Rear surface deposition of fine particles on spheres — eddy deposition or electrostatic effects?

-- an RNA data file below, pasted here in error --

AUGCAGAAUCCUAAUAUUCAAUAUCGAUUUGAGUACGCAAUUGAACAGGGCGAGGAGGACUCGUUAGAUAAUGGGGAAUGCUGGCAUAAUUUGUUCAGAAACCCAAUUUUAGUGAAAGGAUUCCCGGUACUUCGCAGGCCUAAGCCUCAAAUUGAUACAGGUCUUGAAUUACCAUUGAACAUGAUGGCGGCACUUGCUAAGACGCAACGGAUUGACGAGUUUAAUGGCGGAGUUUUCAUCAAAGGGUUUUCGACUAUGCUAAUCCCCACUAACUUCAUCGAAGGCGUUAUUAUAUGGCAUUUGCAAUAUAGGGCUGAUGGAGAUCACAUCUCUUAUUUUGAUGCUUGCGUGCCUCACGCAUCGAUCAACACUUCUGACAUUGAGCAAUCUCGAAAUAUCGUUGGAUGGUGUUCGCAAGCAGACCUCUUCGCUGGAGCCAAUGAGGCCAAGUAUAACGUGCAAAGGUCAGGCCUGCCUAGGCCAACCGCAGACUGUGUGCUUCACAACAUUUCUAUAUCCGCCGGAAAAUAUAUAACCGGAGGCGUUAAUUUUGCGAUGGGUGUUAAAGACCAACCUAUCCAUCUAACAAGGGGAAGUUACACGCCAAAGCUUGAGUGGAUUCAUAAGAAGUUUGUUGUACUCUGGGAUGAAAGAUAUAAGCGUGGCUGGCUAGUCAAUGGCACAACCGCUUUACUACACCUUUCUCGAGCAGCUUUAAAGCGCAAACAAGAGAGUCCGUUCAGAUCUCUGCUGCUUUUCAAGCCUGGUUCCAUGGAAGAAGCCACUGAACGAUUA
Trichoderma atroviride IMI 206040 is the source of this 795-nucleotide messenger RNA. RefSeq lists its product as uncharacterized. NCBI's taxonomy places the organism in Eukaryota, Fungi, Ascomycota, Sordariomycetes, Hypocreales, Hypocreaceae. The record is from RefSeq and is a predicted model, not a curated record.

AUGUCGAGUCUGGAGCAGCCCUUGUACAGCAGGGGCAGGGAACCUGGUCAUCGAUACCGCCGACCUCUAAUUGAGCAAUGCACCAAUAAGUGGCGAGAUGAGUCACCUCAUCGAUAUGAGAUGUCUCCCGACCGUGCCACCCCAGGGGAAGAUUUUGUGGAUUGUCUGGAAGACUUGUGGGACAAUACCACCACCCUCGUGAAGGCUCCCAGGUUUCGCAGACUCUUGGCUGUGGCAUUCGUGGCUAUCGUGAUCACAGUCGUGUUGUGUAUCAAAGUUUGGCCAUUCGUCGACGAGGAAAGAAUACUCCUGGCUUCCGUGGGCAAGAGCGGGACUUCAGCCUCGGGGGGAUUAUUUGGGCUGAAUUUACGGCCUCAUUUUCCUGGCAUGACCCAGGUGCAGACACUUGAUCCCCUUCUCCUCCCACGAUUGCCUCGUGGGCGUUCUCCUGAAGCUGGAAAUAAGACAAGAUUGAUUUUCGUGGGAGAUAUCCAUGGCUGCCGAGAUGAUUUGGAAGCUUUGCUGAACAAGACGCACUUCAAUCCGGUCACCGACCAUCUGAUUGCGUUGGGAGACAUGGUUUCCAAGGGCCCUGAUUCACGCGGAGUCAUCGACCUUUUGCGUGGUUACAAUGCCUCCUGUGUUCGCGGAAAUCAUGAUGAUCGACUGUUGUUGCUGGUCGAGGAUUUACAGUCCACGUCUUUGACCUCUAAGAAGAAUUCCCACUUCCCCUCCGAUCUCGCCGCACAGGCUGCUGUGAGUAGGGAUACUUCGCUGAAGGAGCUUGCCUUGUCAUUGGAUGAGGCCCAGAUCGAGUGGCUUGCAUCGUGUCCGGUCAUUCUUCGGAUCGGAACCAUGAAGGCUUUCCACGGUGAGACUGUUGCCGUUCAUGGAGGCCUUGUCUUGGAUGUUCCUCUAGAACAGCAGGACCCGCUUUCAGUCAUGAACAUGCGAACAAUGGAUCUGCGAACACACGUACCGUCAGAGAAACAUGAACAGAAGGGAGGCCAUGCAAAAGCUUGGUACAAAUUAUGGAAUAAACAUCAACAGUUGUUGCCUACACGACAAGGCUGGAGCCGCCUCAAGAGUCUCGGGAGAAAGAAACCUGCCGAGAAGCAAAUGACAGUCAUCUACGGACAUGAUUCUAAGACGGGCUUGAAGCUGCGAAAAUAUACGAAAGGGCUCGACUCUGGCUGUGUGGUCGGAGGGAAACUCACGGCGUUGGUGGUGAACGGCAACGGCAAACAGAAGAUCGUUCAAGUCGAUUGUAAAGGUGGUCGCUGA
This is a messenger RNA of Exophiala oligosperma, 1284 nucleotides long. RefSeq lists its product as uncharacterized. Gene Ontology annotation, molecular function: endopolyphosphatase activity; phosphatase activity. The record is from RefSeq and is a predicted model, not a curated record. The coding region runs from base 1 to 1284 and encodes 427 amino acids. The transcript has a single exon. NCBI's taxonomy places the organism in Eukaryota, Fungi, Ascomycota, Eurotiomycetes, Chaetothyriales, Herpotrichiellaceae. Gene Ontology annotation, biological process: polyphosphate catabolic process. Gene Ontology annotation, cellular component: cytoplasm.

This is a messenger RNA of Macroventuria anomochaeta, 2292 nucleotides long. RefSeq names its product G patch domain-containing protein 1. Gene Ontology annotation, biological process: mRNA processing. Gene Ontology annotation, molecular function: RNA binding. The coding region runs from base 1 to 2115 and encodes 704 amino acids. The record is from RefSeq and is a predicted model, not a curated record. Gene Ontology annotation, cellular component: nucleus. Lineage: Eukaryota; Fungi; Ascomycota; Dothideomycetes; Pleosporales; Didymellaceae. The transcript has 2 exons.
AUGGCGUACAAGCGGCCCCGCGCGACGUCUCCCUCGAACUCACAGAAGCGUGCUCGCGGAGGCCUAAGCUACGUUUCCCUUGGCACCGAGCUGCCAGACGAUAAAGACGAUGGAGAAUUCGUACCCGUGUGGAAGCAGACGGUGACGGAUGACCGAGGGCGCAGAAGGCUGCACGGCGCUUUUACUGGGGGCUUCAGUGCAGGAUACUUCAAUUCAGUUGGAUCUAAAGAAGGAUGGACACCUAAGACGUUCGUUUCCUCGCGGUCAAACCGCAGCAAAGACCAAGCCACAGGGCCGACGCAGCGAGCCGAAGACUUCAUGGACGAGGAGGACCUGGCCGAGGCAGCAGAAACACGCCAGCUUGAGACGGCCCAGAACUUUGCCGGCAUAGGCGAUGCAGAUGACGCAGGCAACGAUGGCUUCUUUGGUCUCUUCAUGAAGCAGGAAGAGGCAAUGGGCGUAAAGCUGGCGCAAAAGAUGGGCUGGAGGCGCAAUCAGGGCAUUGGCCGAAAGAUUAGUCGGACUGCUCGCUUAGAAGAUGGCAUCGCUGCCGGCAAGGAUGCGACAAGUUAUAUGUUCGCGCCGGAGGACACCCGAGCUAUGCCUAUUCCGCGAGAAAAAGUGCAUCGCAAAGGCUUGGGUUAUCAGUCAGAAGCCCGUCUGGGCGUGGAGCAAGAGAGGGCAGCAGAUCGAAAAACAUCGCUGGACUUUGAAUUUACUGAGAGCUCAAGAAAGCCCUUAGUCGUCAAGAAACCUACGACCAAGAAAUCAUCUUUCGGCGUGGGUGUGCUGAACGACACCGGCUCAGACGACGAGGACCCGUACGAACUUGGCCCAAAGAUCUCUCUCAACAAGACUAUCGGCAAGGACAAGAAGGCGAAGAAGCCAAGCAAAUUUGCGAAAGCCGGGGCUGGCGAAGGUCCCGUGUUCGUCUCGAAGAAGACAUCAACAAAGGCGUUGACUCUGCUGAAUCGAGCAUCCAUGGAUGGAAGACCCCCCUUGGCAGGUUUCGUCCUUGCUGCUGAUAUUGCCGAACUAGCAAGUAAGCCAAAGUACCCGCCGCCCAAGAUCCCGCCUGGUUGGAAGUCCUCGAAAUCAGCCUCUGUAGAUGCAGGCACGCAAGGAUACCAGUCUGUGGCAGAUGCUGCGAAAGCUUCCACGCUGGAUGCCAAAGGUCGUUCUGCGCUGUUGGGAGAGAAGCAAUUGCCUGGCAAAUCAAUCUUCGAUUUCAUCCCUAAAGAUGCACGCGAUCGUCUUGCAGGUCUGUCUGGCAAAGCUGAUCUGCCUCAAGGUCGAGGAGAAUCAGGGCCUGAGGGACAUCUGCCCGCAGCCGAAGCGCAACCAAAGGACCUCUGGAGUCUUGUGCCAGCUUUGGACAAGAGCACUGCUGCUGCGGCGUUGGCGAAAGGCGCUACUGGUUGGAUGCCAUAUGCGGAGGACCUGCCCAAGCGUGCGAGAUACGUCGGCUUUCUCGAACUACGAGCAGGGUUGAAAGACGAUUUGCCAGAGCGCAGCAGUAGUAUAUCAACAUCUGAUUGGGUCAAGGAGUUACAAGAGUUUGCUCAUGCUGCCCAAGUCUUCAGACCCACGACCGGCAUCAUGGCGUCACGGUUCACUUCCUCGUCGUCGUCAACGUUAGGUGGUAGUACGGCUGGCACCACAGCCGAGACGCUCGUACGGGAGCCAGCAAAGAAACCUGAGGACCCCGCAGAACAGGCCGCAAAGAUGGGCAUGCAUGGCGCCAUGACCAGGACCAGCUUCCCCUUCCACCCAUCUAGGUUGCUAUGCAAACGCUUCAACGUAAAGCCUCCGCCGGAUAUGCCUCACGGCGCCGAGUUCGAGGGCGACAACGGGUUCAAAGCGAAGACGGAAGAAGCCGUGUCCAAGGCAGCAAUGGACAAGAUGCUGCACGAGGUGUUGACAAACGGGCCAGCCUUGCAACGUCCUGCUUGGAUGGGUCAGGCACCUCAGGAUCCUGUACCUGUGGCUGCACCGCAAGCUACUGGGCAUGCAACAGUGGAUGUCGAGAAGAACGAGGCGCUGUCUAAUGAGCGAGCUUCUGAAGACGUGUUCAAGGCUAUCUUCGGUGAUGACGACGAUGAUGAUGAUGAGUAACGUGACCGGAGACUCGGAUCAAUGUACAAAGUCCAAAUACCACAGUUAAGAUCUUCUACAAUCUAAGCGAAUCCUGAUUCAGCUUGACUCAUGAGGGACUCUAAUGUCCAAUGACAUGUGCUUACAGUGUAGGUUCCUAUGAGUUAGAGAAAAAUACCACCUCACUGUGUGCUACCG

The aim of this investigation is to show the demarcation of two possible mechanisms for surface deposition of fine particles on the rear surface of single spheres. By means of single particle trajectory computation, based on numerically determined flow fields (Remax = 103), it is shown that the mere existence of a wake is not in itself sufficient to produce eddy deposition. In addition, the particle's motion must undergo a lateral transfer promoted by fluid trubulence, in order to effect eddy deposition commencing at a Reynolds number of about 100. On the other hand, rear deposition, influenced by electrostatic forces, especially by the Coulomb force, is possible at any Reynolds number. Consequently, for Reynolds numbers of less than 100, only electrostatic effects can produce rear surface deposition. In the range of high Reynolds numbers, the coexistence of both mechanisms is possible. Very high Reynolds numbers (Re > 103) and low Stokes numbers indicated the predominance of the electrostatic effect over eddy deposition, whereas at very high Reynolds numbers and medium to high Stokes numbers the electrostatic effect is only predominant in presence of high electrostatic charges.